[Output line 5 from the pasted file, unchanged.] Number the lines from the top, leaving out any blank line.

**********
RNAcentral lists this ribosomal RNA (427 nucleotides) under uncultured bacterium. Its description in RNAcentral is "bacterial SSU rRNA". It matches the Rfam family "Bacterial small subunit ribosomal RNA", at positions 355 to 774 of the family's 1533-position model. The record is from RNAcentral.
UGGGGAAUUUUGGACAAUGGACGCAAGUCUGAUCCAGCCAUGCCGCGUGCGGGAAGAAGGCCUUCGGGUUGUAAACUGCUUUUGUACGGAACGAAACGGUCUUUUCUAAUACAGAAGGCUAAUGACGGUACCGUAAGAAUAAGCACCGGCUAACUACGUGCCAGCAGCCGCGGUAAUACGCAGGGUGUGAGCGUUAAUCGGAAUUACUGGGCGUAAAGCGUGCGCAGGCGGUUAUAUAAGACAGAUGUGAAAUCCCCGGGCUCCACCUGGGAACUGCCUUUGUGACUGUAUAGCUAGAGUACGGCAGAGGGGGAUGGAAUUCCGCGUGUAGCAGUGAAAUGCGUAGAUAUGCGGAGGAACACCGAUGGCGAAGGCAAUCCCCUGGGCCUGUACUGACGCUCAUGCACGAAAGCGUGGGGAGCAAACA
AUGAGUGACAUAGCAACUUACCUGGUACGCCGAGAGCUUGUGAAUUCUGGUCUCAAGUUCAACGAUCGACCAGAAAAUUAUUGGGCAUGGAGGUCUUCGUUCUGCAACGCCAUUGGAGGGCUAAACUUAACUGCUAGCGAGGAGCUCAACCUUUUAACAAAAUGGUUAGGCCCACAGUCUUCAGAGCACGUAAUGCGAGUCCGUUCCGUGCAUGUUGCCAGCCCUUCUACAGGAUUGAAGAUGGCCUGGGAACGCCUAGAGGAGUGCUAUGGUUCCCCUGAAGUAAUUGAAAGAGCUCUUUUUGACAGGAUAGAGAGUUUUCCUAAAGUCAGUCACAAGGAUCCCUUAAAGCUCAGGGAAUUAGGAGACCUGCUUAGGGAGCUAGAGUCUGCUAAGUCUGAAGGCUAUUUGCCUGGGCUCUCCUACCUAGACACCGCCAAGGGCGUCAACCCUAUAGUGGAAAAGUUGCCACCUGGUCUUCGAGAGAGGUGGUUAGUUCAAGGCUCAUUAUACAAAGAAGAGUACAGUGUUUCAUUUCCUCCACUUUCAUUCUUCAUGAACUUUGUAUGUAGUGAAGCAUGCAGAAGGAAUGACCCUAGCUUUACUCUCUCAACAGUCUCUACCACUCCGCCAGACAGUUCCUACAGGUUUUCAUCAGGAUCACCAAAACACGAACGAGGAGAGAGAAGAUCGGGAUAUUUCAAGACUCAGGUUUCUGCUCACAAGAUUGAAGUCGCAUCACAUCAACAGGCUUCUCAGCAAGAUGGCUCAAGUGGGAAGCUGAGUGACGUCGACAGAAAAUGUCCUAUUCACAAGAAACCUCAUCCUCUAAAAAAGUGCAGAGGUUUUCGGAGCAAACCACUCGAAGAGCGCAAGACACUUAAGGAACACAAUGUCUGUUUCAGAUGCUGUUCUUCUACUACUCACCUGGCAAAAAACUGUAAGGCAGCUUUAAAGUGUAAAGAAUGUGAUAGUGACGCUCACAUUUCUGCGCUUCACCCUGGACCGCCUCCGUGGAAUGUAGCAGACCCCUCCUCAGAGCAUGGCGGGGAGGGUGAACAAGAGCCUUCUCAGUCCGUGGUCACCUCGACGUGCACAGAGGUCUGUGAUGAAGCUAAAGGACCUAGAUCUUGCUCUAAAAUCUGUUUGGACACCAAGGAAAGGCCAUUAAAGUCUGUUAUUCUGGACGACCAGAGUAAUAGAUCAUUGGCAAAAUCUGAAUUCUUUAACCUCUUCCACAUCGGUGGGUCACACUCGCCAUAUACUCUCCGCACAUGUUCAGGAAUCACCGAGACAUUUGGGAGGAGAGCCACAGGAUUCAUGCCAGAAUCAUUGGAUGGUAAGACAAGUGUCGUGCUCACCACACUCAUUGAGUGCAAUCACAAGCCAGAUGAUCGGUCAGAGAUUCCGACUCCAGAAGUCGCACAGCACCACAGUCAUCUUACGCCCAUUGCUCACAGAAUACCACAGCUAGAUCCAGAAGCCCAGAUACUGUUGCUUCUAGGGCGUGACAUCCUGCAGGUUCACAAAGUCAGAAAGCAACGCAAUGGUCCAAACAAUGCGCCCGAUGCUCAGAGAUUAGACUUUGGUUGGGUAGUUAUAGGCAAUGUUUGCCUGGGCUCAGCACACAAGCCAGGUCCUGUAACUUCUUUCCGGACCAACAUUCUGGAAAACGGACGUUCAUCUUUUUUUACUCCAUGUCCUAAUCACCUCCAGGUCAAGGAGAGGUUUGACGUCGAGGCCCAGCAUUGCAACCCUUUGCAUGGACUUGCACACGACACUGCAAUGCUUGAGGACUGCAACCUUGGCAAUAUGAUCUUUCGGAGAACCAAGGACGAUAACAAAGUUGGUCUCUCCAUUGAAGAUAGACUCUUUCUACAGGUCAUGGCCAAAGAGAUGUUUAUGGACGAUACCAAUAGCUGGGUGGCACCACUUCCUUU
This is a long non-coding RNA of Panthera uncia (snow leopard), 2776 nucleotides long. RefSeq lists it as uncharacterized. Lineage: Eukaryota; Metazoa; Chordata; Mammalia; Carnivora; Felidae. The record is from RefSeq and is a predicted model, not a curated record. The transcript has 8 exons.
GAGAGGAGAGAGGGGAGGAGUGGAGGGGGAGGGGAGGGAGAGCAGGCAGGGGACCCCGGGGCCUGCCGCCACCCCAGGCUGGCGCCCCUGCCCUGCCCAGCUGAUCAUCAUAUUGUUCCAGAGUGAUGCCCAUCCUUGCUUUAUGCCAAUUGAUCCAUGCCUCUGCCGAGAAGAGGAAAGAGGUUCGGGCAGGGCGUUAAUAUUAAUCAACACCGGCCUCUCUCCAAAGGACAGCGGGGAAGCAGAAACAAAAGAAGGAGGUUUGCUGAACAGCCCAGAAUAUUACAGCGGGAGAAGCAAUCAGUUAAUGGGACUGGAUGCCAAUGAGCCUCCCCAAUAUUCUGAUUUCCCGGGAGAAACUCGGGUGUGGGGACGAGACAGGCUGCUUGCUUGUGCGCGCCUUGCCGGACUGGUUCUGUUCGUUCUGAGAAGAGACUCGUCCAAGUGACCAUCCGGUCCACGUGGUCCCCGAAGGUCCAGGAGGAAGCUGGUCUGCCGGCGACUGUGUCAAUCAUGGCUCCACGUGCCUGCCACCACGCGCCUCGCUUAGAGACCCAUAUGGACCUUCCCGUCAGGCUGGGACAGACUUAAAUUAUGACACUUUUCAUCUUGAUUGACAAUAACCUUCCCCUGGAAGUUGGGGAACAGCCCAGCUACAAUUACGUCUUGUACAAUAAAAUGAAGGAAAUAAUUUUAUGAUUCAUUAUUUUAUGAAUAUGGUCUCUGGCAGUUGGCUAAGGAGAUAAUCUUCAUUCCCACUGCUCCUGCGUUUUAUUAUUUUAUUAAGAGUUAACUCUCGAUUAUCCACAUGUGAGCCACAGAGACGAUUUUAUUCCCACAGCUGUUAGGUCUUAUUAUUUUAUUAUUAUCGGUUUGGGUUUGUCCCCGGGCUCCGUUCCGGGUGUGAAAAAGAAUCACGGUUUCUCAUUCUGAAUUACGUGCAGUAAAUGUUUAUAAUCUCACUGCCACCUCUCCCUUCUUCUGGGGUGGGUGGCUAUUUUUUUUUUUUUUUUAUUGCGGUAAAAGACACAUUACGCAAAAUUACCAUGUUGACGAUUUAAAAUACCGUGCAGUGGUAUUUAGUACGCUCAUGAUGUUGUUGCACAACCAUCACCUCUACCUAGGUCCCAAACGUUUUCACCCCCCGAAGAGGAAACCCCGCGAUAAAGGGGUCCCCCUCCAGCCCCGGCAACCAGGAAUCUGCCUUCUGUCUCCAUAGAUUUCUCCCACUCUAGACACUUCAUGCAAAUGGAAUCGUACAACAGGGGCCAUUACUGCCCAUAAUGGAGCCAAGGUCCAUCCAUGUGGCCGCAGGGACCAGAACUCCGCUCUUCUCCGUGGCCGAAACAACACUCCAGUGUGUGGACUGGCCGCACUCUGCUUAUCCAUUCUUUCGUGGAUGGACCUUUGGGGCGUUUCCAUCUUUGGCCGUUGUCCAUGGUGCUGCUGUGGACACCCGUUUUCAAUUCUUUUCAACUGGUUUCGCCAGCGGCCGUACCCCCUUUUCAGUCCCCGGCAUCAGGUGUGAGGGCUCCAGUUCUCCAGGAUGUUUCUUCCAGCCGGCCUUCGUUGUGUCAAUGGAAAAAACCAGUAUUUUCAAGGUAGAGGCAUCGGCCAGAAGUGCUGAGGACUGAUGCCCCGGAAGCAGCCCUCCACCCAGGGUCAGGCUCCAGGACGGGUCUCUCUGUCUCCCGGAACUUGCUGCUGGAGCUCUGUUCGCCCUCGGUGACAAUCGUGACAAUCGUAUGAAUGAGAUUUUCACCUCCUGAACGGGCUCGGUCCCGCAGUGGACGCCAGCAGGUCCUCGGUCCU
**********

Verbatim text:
GAGAGGAGAGAGGGGAGGAGUGGAGGGGGAGGGGAGGGAGAGCAGGCAGGGGACCCCGGGGCCUGCCGCCACCCCAGGCUGGCGCCCCUGCCCUGCCCAGCUGAUCAUCAUAUUGUUCCAGAGUGAUGCCCAUCCUUGCUUUAUGCCAAUUGAUCCAUGCCUCUGCCGAGAAGAGGAAAGAGGUUCGGGCAGGGCGUUAAUAUUAAUCAACACCGGCCUCUCUCCAAAGGACAGCGGGGAAGCAGAAACAAAAGAAGGAGGUUUGCUGAACAGCCCAGAAUAUUACAGCGGGAGAAGCAAUCAGUUAAUGGGACUGGAUGCCAAUGAGCCUCCCCAAUAUUCUGAUUUCCCGGGAGAAACUCGGGUGUGGGGACGAGACAGGCUGCUUGCUUGUGCGCGCCUUGCCGGACUGGUUCUGUUCGUUCUGAGAAGAGACUCGUCCAAGUGACCAUCCGGUCCACGUGGUCCCCGAAGGUCCAGGAGGAAGCUGGUCUGCCGGCGACUGUGUCAAUCAUGGCUCCACGUGCCUGCCACCACGCGCCUCGCUUAGAGACCCAUAUGGACCUUCCCGUCAGGCUGGGACAGACUUAAAUUAUGACACUUUUCAUCUUGAUUGACAAUAACCUUCCCCUGGAAGUUGGGGAACAGCCCAGCUACAAUUACGUCUUGUACAAUAAAAUGAAGGAAAUAAUUUUAUGAUUCAUUAUUUUAUGAAUAUGGUCUCUGGCAGUUGGCUAAGGAGAUAAUCUUCAUUCCCACUGCUCCUGCGUUUUAUUAUUUUAUUAAGAGUUAACUCUCGAUUAUCCACAUGUGAGCCACAGAGACGAUUUUAUUCCCACAGCUGUUAGGUCUUAUUAUUUUAUUAUUAUCGGUUUGGGUUUGUCCCCGGGCUCCGUUCCGGGUGUGAAAAAGAAUCACGGUUUCUCAUUCUGAAUUACGUGCAGUAAAUGUUUAUAAUCUCACUGCCACCUCUCCCUUCUUCUGGGGUGGGUGGCUAUUUUUUUUUUUUUUUUAUUGCGGUAAAAGACACAUUACGCAAAAUUACCAUGUUGACGAUUUAAAAUACCGUGCAGUGGUAUUUAGUACGCUCAUGAUGUUGUUGCACAACCAUCACCUCUACCUAGGUCCCAAACGUUUUCACCCCCCGAAGAGGAAACCCCGCGAUAAAGGGGUCCCCCUCCAGCCCCGGCAACCAGGAAUCUGCCUUCUGUCUCCAUAGAUUUCUCCCACUCUAGACACUUCAUGCAAAUGGAAUCGUACAACAGGGGCCAUUACUGCCCAUAAUGGAGCCAAGGUCCAUCCAUGUGGCCGCAGGGACCAGAACUCCGCUCUUCUCCGUGGCCGAAACAACACUCCAGUGUGUGGACUGGCCGCACUCUGCUUAUCCAUUCUUUCGUGGAUGGACCUUUGGGGCGUUUCCAUCUUUGGCCGUUGUCCAUGGUGCUGCUGUGGACACCCGUUUUCAAUUCUUUUCAACUGGUUUCGCCAGCGGCCGUACCCCCUUUUCAGUCCCCGGCAUCAGGUGUGAGGGCUCCAGUUCUCCAGGAUGUUUCUUCCAGCCGGCCUUCGUUGUGUCAAUGGAAAAAACCAGUAUUUUCAAGGUAGAGGCAUCGGCCAGAAGUGCUGAGGACUGAUGCCCCGGAAGCAGCCCUCCACCCAGGGUCAGGCUCCAGGACGGGUCUCUCUGUCUCCCGGAACUUGCUGCUGGAGCUCUGUUCGCCCUCGGUGACAAUCGUGACAAUCGUAUGAAUGAGAUUUUCACCUCCUGAACGGGCUCGGUCCCGCAGUGGACGCCAGCAGGUCCUCGGUCCU